In this 2010 election year Republicans are looking to knock off as many as a dozen Democratic governors across the country. But in Connecticut, where Republicans have controlled the State House since 1986, incumbent Republican Governor Jodi Rell is retiring and the GOP is having a hard time defending the seat.
Republican nominee Tom Foley has been trailing in the polls. A top fundraiser for President George W. Bush, Foley served as ambassador to Ireland from 2006-2009. Before that he spent seven months in 2003 and four in Iraq with the Coalition Provisional Authority coordinating private development and business growth. Despite his GOP fundraising and political appointments, Foley argues that he has never run for office and is therefore a political newcomer who will apply a commonsense fiscal conservatism to Washington and thus slow the growth of government, spending and taxes.
The Democratic candidate is Dan Malloy, who has been mayor of Stamford, Conn., since 1985. He is considered one of the Democrats' best hopes nationwide to win a GOP occupied governors' office. Malloy won the nomination by defeating businessman Ned Lamont, who defeated Joe Lieberman in Connecticut's 2006 Democratic senate primary, and ultimately pushed Lieberman (the Democrats' 2000 VP nominee) out of the party.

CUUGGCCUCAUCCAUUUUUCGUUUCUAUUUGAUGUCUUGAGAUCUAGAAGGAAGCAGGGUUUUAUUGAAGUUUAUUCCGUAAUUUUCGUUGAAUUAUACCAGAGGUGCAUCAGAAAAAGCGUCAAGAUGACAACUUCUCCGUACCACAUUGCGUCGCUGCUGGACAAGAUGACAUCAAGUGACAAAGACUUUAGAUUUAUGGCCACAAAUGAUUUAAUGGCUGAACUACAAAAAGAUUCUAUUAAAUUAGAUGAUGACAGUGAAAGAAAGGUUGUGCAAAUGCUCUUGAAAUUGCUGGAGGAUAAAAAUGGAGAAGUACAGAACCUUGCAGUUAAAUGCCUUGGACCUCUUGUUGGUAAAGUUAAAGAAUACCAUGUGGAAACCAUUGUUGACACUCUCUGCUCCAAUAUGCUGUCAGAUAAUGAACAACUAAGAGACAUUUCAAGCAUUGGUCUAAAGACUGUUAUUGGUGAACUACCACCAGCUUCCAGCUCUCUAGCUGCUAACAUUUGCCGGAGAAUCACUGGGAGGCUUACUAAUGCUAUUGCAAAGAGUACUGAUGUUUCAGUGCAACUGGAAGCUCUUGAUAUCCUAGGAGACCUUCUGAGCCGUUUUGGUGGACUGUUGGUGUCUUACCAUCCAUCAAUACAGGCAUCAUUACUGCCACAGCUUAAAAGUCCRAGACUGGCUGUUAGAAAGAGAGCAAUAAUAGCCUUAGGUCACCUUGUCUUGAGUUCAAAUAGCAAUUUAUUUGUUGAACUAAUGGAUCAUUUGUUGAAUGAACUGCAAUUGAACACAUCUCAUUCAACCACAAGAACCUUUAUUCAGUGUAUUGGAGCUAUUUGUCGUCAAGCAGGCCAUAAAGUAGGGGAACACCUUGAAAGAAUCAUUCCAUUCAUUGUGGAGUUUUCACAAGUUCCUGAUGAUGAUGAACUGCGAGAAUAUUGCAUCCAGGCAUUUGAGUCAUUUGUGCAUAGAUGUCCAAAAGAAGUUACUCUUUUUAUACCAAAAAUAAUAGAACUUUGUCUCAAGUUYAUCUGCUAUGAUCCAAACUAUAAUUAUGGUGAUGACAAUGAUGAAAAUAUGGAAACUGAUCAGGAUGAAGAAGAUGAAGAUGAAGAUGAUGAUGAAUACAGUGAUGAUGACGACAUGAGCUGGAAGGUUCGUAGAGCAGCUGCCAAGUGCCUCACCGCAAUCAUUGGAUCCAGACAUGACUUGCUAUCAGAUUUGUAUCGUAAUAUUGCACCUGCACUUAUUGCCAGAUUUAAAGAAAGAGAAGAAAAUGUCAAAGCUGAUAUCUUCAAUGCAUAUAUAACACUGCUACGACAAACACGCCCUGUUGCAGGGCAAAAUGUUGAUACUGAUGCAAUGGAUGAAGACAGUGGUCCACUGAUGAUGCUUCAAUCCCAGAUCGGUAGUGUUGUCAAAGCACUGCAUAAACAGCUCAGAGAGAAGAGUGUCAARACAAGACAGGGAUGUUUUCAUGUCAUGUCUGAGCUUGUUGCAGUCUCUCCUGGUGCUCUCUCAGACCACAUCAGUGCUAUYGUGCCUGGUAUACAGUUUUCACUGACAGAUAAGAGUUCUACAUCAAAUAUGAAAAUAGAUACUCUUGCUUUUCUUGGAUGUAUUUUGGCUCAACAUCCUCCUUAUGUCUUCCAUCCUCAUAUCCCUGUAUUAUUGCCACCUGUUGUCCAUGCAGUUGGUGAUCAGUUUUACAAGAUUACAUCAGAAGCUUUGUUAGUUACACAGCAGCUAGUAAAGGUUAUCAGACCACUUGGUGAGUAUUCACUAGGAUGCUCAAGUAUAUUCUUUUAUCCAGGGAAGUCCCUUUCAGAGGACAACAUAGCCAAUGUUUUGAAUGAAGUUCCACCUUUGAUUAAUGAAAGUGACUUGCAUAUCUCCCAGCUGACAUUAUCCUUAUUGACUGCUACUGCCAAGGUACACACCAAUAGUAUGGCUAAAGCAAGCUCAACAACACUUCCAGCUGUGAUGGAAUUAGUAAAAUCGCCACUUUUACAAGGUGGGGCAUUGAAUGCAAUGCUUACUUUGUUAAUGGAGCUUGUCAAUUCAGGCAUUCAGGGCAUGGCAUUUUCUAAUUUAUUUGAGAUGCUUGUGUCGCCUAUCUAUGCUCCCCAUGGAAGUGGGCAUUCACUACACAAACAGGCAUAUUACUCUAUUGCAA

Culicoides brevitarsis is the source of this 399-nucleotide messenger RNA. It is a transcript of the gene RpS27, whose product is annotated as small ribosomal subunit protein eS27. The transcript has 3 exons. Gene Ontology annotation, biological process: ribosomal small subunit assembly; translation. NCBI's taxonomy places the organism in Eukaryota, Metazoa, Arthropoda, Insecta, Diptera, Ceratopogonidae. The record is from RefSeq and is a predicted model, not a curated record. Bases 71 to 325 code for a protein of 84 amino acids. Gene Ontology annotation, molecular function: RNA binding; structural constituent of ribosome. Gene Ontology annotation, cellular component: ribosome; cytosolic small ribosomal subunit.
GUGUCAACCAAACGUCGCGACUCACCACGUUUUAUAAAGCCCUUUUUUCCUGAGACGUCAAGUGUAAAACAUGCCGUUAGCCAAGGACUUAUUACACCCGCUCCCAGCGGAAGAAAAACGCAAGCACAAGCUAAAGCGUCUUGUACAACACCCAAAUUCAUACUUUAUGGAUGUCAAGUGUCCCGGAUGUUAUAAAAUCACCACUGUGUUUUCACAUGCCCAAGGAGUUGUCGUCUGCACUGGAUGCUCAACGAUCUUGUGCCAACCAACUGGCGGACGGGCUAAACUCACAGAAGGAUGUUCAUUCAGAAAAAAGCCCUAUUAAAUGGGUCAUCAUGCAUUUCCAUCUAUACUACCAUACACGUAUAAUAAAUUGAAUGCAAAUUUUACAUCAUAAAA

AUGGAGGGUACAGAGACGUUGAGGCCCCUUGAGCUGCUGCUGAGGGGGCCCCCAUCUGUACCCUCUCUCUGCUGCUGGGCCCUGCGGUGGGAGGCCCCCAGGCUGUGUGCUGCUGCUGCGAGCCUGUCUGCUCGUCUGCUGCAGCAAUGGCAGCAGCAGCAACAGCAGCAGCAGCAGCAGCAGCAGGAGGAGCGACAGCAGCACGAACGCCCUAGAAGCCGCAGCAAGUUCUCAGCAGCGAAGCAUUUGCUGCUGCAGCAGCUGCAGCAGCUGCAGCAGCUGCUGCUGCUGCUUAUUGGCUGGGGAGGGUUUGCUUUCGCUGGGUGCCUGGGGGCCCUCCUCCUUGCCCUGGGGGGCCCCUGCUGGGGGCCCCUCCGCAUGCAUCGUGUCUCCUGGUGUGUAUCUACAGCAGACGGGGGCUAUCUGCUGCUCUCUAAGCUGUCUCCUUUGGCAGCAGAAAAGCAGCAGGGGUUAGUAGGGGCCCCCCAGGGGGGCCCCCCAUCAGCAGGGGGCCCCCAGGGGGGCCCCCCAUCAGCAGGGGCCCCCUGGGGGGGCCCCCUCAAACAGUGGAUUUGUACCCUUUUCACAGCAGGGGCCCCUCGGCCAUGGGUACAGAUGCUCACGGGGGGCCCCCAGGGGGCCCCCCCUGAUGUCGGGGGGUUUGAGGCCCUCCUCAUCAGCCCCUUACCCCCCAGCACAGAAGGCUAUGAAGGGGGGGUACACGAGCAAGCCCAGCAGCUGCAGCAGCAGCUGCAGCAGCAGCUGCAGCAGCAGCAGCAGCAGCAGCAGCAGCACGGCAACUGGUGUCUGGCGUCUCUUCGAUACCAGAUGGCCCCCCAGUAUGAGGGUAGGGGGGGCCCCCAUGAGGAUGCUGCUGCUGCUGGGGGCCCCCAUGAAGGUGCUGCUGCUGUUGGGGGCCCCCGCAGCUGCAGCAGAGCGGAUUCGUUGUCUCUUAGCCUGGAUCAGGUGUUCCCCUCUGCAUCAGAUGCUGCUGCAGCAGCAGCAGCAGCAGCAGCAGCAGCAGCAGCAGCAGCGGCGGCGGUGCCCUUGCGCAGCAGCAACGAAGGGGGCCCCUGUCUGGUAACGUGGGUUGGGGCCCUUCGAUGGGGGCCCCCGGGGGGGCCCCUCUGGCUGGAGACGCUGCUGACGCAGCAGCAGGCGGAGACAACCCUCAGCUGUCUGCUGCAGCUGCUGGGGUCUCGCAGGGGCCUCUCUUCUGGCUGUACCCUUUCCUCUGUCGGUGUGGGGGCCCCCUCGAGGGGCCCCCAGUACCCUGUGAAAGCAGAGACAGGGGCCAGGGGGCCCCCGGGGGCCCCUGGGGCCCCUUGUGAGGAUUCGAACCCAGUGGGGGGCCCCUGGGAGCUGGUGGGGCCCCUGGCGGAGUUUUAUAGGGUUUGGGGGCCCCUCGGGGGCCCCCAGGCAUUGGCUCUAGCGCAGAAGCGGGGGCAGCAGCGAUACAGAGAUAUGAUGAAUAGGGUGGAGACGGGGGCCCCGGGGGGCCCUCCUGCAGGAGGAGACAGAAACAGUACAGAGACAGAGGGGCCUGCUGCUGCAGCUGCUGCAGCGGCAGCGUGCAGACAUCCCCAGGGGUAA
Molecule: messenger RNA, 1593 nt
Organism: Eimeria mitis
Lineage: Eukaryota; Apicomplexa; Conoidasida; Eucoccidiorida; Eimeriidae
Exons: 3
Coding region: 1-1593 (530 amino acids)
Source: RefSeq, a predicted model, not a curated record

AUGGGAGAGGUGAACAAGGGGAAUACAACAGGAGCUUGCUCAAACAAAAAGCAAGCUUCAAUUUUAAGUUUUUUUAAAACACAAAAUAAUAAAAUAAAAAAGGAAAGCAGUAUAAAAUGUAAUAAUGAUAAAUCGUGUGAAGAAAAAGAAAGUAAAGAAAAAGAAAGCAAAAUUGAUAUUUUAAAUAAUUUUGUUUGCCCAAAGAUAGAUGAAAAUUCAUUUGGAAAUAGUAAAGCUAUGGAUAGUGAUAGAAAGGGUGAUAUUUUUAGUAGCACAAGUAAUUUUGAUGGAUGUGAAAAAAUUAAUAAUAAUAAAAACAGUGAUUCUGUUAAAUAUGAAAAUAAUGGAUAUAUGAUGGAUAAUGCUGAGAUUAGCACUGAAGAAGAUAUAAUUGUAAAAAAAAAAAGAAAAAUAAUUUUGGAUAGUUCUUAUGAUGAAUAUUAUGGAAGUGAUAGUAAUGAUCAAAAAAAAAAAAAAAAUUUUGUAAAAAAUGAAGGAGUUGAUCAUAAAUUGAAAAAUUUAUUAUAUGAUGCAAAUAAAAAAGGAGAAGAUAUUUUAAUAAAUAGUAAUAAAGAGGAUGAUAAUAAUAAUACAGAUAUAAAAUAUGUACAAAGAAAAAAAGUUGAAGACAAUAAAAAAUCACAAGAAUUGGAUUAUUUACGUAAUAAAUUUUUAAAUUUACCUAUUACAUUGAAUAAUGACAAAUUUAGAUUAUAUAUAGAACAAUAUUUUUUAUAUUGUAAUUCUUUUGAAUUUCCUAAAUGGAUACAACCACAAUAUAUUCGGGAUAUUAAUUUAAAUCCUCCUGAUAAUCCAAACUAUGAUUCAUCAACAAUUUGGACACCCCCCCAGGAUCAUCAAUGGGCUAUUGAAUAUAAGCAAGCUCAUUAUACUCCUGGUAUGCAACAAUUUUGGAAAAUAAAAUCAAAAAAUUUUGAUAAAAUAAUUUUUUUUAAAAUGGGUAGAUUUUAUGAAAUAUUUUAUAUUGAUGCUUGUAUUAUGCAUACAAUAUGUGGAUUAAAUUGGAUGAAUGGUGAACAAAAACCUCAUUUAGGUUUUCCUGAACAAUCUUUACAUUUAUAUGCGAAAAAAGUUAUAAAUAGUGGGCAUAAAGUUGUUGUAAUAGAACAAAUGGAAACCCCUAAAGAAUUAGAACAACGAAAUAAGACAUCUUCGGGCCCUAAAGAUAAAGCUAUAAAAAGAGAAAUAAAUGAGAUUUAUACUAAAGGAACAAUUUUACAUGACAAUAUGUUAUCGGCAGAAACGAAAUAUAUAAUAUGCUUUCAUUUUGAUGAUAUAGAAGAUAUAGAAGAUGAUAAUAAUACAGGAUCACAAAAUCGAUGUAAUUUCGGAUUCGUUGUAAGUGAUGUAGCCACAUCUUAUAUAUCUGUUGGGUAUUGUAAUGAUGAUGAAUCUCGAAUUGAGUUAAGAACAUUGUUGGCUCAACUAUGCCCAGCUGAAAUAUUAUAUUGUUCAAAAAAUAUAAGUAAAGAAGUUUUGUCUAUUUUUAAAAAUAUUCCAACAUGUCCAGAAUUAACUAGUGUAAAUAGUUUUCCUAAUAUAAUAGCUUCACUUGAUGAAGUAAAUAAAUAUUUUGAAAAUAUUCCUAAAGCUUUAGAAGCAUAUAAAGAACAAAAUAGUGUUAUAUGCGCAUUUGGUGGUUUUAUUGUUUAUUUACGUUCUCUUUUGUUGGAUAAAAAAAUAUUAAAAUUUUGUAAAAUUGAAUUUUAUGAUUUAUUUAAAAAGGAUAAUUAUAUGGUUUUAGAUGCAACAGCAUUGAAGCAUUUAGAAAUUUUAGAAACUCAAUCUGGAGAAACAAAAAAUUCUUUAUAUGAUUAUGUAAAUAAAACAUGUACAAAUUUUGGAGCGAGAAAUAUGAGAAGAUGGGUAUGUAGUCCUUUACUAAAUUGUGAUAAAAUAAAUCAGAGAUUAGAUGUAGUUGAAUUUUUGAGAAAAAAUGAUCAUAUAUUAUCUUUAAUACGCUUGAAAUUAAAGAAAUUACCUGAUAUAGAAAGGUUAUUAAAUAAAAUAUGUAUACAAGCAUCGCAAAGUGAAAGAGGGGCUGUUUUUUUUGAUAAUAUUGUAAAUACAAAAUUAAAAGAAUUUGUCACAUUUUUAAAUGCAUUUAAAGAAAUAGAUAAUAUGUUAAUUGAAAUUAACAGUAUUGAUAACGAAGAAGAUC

The Nutmeg state faces a $3.4 billion dollar shortfall. Foley has taken a pledge against raising taxes. Malone has not. The election will likely turn on pocketbook economic issues. Voters here are angry but there is a predominant local issue in crime and the death penalty. Steven Hayes faces 17 charges in the triple murder of Jennifer Hawke-Petit and her daughters Michaela, Hayley. Six charges are capital murder, for kidnapping and rape during the commission of a murder, which are punishable by lethal injection in Connecticut if convicted. Though Hayes has not been convicted, polls suggest public sentiment strongly supports the death penalty. Malloy opposes the death penalty while Foley supports it.
The latest average of recent polls by Real Clear Politics gives Malloy a 6.5 percent slight lead over Foley. Just about every national analyst says the seat leans Democrat.The total population of Connecticut is a little over 3.5 million. About 2 million voters are expected to turnout a month from today. That makes tonight's debate a crucial opportunity for both candidates to seek a game changer as they head into the final sprint.